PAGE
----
Wednesday, June 18, 2008

History for Hillary Clinton supporters

As I said in my previous post on the idea that the media was sexist against Hillary Clinton's presidential campaign, I still haven't gotten to what bothers me the most about that charge. So here it is.

A lot of the criticisms are based on the fact that some of the comments made about her have been superficial and trivial: her speaking voice, her display of cleavage.

I admit that when I see references to her legs or the fact that she wears pant suits, my reaction is: hey, that's sexist and unfair. So I'm not saying I approve of all this. (As I said before, though, it doesn't bother me for people to talk about her voice or cleavage.)

But it doesn't make sense to go from saying that the media's criticisms of her have been superficial ... to saying that Hillary in particular was hurt by sexism.

A presidential race is a zero-sum game. That means that anything that hurts one candidate has to help the other candidate. Therefore, if something "hurts" all the candidates, it really hurts none of them. If you're saying she was hurt by sexism, that's implying not just that there were unfair criticisms of her, but that they were criticisms of a sort that male candidates don't have to withstand.

Well, I agree that there have been some unfair criticisms of her. But to imply that male candidates aren't treated just as unfairly, or that the discussion of them isn't just as superficial? I mean, maybe you could believe that ... if you had never observed how any other presidential candidate has ever been treated.

I have some news for Clinton supporters who think that superficial criticisms of her are evidence of sexism:

Media Focus on Candidates' Personal Quirks
Trivialities, Superficialities Discussed More Than Policy Issues

Barack Obama is criticized for not wearing an American flag pin on his lapel. His exotic name is a major topic of discussion among serious commentators.

John Edwards is ridiculed for seeming to spend too much time and money on his appearance.

Mitt Romney is criticized for being too polished and robotic, and his own staffers worry that his hair is "too perfect."

Bill Richardson receives little media attention despite having a more impressive resume than Clinton, Edwards, or Obama, and you have to wonder if the fact that he's not as conventionally attractive as those three candidates has something to do with it.

Before he officially enters the race, the media focuses on Fred Thompson more than any of his Republican rivals even though he doesn't have especially interesting ideas or accomplishments. The discussion in the media largely focuses on his perceived "sex appeal" and masculinity.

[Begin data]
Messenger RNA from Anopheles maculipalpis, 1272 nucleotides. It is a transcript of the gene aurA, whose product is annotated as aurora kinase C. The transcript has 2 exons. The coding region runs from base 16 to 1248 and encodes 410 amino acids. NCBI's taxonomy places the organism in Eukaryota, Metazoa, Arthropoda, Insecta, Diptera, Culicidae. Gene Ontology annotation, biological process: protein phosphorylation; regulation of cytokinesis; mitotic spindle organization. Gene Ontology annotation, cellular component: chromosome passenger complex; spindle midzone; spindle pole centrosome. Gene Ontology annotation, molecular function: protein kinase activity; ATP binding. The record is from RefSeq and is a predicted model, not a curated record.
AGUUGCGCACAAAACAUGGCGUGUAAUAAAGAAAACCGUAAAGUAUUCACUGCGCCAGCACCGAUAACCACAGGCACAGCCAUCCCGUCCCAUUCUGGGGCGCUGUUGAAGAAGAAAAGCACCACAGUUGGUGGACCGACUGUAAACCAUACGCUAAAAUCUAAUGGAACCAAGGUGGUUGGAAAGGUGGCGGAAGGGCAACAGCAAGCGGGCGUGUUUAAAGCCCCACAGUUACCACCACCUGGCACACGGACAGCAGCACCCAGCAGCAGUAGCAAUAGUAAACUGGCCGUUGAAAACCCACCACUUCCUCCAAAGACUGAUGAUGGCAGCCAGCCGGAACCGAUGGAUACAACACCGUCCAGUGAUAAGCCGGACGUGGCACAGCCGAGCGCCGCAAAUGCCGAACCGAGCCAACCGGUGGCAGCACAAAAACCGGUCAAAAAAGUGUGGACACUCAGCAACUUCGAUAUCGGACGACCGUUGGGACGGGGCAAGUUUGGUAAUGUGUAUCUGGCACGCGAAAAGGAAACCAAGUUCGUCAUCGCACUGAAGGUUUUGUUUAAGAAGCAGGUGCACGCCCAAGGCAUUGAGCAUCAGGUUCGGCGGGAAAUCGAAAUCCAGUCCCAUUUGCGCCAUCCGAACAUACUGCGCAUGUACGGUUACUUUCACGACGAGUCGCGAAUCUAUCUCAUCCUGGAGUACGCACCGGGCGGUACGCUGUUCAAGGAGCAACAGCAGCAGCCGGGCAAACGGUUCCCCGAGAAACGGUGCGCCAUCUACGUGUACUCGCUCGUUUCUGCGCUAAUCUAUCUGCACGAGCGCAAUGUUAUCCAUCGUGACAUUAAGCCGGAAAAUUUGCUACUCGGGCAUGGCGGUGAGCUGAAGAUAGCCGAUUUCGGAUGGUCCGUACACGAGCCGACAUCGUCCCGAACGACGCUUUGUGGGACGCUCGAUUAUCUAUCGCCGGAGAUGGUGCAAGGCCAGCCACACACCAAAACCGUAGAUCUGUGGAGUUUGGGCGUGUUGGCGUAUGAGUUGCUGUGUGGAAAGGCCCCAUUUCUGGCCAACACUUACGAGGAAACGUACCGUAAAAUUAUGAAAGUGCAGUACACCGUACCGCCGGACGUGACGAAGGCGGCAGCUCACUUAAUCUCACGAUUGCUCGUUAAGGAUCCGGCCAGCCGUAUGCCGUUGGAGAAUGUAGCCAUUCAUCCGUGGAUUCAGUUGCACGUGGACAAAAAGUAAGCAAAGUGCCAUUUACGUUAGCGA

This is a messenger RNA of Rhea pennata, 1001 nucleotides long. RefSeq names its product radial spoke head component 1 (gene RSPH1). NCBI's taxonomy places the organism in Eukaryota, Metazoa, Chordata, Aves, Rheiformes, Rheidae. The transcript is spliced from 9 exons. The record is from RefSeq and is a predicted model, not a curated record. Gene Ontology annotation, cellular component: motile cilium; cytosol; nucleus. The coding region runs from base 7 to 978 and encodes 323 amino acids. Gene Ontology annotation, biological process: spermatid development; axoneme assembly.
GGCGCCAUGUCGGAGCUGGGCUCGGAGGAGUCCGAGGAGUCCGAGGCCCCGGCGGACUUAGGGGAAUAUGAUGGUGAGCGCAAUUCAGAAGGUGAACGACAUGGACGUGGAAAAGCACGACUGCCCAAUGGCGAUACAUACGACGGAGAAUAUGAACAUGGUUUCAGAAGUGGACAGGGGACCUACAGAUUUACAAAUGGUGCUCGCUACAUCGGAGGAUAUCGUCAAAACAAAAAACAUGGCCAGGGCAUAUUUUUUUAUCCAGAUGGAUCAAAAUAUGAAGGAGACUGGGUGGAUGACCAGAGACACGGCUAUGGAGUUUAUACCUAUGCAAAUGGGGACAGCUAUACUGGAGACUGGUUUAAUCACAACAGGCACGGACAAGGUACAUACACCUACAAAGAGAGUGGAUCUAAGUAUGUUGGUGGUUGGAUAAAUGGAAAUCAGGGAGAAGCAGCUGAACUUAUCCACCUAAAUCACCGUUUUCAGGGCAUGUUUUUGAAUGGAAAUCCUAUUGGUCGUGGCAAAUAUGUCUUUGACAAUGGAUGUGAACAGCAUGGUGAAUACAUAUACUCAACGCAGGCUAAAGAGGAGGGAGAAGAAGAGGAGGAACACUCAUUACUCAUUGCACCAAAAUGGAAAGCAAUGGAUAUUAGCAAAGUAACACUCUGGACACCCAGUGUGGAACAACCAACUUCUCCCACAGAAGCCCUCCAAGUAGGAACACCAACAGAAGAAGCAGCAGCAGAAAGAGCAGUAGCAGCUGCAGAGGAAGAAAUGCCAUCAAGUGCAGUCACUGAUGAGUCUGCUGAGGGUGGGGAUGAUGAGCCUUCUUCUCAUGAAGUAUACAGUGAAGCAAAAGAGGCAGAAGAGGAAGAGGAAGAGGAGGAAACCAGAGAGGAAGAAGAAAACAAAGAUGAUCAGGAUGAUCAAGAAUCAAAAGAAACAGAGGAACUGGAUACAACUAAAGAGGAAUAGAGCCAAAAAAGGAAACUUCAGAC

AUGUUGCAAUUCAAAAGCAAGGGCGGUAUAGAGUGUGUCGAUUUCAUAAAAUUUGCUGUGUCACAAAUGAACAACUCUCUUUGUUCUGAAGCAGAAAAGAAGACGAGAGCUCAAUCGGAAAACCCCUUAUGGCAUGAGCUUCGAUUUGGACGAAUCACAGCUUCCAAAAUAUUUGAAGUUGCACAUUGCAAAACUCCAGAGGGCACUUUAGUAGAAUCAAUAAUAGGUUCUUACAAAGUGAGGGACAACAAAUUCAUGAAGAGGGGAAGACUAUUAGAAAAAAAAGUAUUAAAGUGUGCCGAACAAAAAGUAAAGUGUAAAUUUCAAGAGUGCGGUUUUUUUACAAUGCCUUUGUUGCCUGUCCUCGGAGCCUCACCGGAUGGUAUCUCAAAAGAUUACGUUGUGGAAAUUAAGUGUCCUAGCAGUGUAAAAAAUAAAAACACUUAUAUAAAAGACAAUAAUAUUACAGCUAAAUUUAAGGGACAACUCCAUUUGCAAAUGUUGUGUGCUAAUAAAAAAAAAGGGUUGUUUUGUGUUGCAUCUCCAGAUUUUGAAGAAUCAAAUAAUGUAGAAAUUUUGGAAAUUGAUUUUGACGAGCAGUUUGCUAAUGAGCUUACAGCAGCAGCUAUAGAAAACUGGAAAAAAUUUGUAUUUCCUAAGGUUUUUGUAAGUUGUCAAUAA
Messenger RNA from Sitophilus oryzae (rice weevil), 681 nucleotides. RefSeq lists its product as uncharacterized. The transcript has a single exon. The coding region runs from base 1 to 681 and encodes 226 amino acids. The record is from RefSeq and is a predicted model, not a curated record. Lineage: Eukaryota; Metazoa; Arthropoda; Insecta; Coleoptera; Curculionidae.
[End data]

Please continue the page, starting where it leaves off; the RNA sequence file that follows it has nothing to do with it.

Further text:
Dennis Kucinich is mocked as an elf-like creature whose wife is too attractive for him. While he might be too far left to have a real chance at becoming president, you have to wonder if he'd receive more favorable coverage if he had equally liberal positions but were a suave 6'4" man with a baritone voice.

John Kerry is criticized more for his stodgy demeanor than his policy stances — which the media don't report on because they're too busy mocking his rhetorically clumsy but substantively defensible statement that "I voted for it [one particular Iraq appropriations bill] before I voted against it [a related but significantly different bill]." It becomes common to talk about his horse face.

After Howard Dean loses the Iowa caucus in 2004, the media never report on him without mentioning that he let out an ill-considered yelp (which is always referred to as "the Dean scream") in an understandable effort to rally his supporters after a shocking defeat.

Dick Gephardt is routinely derided for lacking a "rock star" quality even though he's actually one of the most passionate speakers among the 2004 candidates.

Al Gore is criticized for seeming "stiff" and "wooden," for sighing heavily in a debate, for wearing "earth tones," and for walking over toward Bush in an awkward manner. He receives an enormous amount of attention for aggressively kissing his wife Tipper at the Democratic Convention -- a stunt clearly intended to broadcast his male sexuality.

George W. Bush is regularly mocked for stumbling over his words.

Bill Clinton is regularly mocked as fat.

George H.W. Bush is famously called a "wimp" on the cover of Newsweek magazine and is criticized for asking for a "splash" of coffee.

John F. Kennedy has a better tan and shave than Richard Nixon in a debate. This is widely seen as being a major factor in Kennedy's victory.

Presidential races are superficial and unfair. That's true whether the candidate is a Democratic or a Republican. It's true whether the candidate is a man or a woman. And it's unlikely to change in the near future.

(Photo of Edwards from the Edwards campaign.)


Ann Althouse said...

I love the picture of poor suffering John Edwards, who is not just a head of hair but a human being.